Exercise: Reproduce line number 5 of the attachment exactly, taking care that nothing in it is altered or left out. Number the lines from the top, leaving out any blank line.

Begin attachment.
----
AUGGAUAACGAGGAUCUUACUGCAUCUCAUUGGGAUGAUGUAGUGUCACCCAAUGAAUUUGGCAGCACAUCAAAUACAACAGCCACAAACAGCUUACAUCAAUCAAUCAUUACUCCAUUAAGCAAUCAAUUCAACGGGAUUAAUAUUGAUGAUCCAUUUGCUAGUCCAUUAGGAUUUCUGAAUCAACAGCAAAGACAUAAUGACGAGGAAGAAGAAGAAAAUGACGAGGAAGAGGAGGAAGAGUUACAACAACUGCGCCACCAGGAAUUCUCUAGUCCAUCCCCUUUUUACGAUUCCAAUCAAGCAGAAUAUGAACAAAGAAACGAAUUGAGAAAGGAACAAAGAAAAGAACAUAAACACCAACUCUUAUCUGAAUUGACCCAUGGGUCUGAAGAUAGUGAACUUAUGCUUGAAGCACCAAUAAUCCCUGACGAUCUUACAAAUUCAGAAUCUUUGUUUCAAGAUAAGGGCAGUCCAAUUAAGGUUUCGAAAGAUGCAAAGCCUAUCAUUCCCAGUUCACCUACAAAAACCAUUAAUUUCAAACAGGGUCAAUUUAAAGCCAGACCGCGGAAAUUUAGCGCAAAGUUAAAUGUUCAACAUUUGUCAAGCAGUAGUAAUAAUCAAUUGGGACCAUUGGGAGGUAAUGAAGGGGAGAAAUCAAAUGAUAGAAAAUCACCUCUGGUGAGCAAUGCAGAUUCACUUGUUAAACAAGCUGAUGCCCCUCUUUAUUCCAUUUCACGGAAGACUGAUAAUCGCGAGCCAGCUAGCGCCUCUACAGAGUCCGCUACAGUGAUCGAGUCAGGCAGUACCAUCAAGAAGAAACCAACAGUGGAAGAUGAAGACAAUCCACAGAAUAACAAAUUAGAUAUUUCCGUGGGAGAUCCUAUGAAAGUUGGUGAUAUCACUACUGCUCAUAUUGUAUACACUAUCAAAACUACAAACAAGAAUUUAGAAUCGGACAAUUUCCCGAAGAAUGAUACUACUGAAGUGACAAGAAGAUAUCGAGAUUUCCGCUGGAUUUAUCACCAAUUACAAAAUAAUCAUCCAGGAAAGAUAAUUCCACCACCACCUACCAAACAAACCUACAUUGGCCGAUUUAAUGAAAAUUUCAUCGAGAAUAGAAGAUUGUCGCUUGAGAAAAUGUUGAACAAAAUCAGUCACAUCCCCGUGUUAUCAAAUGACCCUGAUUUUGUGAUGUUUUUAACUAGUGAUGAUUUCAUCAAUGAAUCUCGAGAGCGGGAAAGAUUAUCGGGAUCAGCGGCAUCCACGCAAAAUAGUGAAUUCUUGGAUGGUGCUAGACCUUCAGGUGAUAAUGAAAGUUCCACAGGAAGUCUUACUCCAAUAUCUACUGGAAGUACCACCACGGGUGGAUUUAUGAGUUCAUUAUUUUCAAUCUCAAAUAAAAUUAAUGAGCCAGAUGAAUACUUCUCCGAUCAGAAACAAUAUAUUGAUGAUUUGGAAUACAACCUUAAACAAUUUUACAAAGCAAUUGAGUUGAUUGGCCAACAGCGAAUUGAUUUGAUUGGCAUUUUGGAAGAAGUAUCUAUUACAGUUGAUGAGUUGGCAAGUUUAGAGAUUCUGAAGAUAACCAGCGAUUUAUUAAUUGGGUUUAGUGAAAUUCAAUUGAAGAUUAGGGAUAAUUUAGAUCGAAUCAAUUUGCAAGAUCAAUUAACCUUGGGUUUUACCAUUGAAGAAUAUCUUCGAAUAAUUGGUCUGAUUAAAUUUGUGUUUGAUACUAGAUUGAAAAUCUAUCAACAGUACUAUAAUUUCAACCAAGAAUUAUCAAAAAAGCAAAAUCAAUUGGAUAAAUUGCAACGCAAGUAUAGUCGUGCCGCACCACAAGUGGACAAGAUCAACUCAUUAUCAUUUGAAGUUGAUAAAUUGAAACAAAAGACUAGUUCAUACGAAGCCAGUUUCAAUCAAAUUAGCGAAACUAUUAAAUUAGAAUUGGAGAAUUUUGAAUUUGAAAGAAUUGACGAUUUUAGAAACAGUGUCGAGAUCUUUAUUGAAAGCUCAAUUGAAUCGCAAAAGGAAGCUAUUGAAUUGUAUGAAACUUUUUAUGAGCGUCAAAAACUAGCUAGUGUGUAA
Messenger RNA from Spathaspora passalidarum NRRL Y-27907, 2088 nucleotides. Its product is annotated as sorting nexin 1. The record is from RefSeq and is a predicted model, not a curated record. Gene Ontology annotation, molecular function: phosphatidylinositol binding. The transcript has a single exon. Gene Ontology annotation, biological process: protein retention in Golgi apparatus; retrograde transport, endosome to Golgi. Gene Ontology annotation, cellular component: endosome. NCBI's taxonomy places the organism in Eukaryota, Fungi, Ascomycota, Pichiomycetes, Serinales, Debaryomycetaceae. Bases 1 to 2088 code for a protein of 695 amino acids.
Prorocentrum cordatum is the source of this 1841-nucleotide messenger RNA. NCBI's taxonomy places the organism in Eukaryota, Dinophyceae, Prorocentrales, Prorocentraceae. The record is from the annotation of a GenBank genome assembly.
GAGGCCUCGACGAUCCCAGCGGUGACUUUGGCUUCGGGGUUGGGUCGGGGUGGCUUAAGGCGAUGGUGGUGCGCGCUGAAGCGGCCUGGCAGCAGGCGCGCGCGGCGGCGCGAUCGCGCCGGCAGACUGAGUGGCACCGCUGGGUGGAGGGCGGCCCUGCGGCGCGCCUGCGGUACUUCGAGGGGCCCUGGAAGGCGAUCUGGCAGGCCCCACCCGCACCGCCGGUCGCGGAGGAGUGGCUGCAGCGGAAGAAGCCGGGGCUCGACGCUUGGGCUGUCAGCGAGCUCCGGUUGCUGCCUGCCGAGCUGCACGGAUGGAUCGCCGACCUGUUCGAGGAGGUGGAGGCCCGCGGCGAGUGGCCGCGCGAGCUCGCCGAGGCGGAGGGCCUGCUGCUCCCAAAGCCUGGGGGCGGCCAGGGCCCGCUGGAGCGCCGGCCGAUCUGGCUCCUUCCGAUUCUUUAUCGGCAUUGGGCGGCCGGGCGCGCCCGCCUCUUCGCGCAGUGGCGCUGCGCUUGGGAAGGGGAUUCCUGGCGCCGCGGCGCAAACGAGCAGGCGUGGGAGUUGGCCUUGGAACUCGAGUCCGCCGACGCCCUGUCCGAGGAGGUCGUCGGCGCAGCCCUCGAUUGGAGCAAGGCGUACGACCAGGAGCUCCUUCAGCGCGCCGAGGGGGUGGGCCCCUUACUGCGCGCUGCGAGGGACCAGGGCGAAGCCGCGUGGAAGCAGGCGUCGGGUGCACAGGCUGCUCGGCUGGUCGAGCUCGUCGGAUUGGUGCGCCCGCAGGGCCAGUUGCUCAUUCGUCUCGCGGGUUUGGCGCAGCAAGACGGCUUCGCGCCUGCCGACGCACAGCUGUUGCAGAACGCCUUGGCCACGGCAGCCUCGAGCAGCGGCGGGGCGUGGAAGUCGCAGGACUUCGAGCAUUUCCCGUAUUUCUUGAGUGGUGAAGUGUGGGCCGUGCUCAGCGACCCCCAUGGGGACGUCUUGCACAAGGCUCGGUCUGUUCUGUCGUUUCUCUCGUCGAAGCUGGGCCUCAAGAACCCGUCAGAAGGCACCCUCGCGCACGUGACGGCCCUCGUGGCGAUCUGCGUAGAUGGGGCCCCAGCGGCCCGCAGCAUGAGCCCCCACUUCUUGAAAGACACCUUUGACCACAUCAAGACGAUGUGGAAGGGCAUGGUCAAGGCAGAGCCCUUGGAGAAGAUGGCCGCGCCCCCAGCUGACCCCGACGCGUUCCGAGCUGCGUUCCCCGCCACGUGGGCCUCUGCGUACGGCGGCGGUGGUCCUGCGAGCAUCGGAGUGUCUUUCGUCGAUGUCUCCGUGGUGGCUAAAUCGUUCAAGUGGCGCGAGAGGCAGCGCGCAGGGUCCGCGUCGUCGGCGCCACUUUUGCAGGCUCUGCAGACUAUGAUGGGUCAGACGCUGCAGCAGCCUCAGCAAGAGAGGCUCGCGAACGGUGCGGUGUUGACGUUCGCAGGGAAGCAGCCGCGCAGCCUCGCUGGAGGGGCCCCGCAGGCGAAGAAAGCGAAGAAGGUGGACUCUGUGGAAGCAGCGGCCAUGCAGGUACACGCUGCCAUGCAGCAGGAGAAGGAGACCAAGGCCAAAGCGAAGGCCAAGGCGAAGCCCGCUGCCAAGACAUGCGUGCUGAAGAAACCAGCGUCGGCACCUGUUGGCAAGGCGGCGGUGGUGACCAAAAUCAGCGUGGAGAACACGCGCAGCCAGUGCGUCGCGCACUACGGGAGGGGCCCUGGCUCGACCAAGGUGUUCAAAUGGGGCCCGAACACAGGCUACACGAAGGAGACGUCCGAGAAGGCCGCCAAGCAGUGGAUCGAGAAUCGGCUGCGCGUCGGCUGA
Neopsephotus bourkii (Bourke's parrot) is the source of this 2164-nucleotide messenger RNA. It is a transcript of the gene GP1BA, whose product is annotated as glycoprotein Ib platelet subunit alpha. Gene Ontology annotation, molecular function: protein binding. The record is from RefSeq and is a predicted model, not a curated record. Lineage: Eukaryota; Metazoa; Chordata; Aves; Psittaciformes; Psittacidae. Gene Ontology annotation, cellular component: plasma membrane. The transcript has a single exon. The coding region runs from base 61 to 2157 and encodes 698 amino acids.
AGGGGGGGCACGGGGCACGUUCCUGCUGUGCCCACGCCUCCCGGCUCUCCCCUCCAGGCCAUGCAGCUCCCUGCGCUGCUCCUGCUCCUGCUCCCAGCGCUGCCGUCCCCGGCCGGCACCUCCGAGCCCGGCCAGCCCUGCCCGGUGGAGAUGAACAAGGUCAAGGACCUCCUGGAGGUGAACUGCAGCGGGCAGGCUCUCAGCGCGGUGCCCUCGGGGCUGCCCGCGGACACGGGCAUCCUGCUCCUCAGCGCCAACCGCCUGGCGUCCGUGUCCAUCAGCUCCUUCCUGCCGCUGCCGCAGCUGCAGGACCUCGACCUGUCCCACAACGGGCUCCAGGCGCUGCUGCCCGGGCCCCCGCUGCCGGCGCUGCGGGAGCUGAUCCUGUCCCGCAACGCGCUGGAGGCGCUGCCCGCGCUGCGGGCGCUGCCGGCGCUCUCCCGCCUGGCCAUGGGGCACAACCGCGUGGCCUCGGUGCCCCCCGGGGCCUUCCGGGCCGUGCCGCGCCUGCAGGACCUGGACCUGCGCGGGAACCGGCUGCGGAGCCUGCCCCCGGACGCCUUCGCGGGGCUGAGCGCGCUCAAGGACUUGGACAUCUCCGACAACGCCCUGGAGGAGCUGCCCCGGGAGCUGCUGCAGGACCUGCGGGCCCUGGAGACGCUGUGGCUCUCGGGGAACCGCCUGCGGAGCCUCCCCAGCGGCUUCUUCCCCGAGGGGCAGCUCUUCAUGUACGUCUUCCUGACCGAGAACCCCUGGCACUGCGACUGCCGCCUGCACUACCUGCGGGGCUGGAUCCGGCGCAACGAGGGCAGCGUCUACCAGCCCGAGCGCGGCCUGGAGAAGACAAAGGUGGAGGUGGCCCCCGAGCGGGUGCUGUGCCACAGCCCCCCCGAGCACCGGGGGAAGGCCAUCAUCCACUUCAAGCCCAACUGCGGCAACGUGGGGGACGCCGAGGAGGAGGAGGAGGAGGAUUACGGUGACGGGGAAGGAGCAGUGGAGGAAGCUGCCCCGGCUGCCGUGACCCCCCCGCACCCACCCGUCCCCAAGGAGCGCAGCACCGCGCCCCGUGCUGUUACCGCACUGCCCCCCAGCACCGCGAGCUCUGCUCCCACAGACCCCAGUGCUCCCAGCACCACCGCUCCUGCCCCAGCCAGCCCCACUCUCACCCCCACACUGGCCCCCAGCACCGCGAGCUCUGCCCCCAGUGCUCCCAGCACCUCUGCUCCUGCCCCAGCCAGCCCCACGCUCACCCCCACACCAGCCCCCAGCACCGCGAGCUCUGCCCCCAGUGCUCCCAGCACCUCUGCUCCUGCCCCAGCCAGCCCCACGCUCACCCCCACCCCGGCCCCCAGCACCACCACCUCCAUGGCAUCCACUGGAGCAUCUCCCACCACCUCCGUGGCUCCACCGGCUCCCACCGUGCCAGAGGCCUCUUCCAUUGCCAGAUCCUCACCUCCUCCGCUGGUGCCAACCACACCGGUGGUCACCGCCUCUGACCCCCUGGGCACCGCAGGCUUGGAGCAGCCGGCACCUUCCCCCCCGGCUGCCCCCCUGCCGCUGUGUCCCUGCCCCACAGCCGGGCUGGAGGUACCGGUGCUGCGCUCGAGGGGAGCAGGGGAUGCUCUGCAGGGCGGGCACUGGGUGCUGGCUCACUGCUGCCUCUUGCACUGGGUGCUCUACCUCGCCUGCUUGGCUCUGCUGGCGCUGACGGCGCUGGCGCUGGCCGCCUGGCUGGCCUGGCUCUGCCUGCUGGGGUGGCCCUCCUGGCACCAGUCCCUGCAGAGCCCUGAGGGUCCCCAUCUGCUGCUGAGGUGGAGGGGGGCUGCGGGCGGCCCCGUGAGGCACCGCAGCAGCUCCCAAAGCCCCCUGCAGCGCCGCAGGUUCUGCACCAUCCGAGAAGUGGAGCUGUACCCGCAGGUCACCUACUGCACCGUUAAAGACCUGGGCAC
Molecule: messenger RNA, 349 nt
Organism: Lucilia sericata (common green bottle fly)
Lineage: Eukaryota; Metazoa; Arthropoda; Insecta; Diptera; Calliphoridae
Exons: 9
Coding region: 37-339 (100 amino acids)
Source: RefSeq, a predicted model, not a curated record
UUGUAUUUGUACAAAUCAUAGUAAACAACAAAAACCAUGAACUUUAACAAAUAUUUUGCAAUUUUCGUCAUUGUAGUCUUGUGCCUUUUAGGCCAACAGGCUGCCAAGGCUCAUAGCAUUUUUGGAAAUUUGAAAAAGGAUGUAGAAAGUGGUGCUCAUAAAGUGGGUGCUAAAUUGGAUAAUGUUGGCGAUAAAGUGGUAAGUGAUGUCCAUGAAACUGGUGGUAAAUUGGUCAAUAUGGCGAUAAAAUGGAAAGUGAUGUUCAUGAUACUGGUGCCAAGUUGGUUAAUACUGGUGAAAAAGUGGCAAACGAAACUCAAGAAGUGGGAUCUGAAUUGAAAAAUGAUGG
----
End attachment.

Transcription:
Neopsephotus bourkii (Bourke's parrot) is the source of this 2164-nucleotide messenger RNA. It is a transcript of the gene GP1BA, whose product is annotated as glycoprotein Ib platelet subunit alpha. Gene Ontology annotation, molecular function: protein binding. The record is from RefSeq and is a predicted model, not a curated record. Lineage: Eukaryota; Metazoa; Chordata; Aves; Psittaciformes; Psittacidae. Gene Ontology annotation, cellular component: plasma membrane. The transcript has a single exon. The coding region runs from base 61 to 2157 and encodes 698 amino acids.